Gradgrind, 'will you set against your expected promotion?'
'Thank you, sir,' returned Bitzer, 'for hinting at the proposal; but I will not set any sum against it. Knowing that your clear head would propose that alternative, I have gone over the calculations in my mind; and I find that to compound a felony, even on very high terms indeed, would not be as safe and good for me as my improved prospects in the Bank.'
'Bitzer,' said Mr. Gradgrind, stretching out his hands as though he would have said, See how miserable I am! 'Bitzer, I have but one chance left to soften you. You were many years at my school. If, in remembrance of the pains bestowed upon you there, you can persuade yourself in any degree to disregard your present interest and release my son, I entreat and pray you to give him the benefit of that remembrance.'
'I really wonder, sir,' rejoined the old pupil in an argumentative manner, 'to find you taking a position so untenable. My schooling was paid for; it was a bargain; and when I came away, the bargain ended.'
It was a fundamental principle of the Gradgrind philosophy that everything was to be paid for. Nobody was ever on any account to give anybody anything, or render anybody help without purchase. Gratitude was to be abolished, and the virtues springing from it were not to be. Every inch of the existence of mankind, from birth to death, was to be a bargain across a counter. And if we didn't get to Heaven that way, it was not a politico-economical place, and we had no business there.
'I don't deny,' added Bitzer, 'that my schooling was cheap. But that comes right, sir. I was made in the cheapest market, and have to dispose of myself in the dearest.'
He was a little troubled here, by Louisa and Sissy crying.
'Pray don't do that,' said he, 'it's of no use doing that: it only worries. You seem to think that I have some animosity against young Mr. Tom; whereas I have none at all. I am only going, on the reasonable grounds I have mentioned, to take him back to Coketown. If he was to resist, I should set up the cry of Stop thief! But, he won't resist, you may depend upon it.'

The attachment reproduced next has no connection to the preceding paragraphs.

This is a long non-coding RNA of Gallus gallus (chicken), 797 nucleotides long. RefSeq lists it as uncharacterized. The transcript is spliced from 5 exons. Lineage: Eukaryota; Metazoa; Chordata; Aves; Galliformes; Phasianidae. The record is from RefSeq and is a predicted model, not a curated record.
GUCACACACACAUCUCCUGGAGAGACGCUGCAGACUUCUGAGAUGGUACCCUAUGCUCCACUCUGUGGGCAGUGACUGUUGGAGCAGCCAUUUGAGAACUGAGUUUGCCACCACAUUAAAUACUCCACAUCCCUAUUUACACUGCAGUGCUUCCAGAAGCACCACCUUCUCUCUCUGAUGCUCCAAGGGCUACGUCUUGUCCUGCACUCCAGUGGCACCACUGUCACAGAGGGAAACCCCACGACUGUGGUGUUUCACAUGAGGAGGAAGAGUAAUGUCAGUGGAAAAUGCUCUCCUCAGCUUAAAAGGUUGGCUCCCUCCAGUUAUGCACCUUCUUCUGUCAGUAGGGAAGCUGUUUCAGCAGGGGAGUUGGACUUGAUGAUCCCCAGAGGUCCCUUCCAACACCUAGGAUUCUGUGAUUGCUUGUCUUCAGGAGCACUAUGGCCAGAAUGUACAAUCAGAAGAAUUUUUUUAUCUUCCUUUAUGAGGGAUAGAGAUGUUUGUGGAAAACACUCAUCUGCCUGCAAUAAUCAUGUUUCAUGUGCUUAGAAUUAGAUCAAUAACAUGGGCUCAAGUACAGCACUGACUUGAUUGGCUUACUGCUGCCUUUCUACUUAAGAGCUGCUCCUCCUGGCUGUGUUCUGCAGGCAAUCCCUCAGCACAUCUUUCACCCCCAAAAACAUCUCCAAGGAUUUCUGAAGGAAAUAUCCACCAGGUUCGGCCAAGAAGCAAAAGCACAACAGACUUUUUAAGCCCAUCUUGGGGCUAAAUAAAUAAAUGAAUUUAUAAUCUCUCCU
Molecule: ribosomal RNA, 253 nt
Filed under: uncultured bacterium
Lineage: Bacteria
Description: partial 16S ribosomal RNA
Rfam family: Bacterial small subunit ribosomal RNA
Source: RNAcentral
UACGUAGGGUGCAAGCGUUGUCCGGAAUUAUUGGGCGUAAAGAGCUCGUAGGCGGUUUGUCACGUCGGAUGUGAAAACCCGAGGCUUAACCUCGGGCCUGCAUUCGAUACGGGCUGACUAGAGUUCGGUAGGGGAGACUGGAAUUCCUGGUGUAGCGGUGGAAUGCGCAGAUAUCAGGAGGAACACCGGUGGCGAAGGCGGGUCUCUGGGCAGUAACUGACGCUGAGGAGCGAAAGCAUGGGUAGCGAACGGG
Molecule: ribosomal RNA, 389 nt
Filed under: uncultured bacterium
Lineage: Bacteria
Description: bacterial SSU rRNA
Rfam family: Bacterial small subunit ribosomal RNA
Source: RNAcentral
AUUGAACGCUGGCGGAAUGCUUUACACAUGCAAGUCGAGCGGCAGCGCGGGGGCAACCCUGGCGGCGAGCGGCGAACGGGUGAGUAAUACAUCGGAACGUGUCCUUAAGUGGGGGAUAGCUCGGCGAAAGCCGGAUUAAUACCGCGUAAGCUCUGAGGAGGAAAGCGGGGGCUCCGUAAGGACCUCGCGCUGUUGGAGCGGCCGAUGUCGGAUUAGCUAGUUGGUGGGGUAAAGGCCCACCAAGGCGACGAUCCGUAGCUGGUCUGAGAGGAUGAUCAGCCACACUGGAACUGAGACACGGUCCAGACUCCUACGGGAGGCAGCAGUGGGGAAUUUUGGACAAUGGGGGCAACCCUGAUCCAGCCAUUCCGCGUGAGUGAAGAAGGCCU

Mr. Sleary, who with his mouth open and his rolling eye as immovably jammed in his head as his fixed one, had listened to these doctrines with profound attention, here stepped forward.
'Thquire, you know perfectly well, and your daughter knowth perfectly well (better than you, becauthe I thed it to her), that I didn't know what your thon had done, and that I didn't want to know - I thed it wath better not, though I only thought, then, it wath thome thkylarking. However, thith young man having made it known to be a robbery of a bank, why, that'h a theriouth thing; muth too theriouth a thing for me to compound, ath thith young man hath very properly called it. Conthequently, Thquire, you muthn't quarrel with me if I take thith young man'th thide, and thay he'th right and there'th no help for it. But I tell you what I'll do, Thquire; I'll drive your thon and thith young man over to the rail, and prevent expothure here. I can't conthent to do more, but I'll do that.'
Fresh lamentations from Louisa, and deeper affliction on Mr. Gradgrind's part, followed this desertion of them by their last friend. But, Sissy glanced at him with great attention; nor did she in her own breast misunderstand him.